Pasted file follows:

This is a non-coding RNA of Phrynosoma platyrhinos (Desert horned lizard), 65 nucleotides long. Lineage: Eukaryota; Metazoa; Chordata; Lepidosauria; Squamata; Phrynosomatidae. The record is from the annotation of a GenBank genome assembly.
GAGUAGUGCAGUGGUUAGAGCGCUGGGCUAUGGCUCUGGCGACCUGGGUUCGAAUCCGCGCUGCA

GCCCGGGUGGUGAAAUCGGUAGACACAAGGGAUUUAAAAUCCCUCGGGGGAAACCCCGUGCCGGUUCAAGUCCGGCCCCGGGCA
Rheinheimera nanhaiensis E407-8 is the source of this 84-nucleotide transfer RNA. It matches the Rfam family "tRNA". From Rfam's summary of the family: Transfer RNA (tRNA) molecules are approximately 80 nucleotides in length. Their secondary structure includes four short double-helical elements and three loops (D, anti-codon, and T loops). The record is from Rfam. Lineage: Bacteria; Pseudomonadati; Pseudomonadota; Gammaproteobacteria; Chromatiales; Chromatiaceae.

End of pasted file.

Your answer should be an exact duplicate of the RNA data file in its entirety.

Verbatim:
This is a non-coding RNA of Phrynosoma platyrhinos (Desert horned lizard), 65 nucleotides long. Lineage: Eukaryota; Metazoa; Chordata; Lepidosauria; Squamata; Phrynosomatidae. The record is from the annotation of a GenBank genome assembly.
GAGUAGUGCAGUGGUUAGAGCGCUGGGCUAUGGCUCUGGCGACCUGGGUUCGAAUCCGCGCUGCA

GCCCGGGUGGUGAAAUCGGUAGACACAAGGGAUUUAAAAUCCCUCGGGGGAAACCCCGUGCCGGUUCAAGUCCGGCCCCGGGCA
Rheinheimera nanhaiensis E407-8 is the source of this 84-nucleotide transfer RNA. It matches the Rfam family "tRNA". From Rfam's summary of the family: Transfer RNA (tRNA) molecules are approximately 80 nucleotides in length. Their secondary structure includes four short double-helical elements and three loops (D, anti-codon, and T loops). The record is from Rfam. Lineage: Bacteria; Pseudomonadati; Pseudomonadota; Gammaproteobacteria; Chromatiales; Chromatiaceae.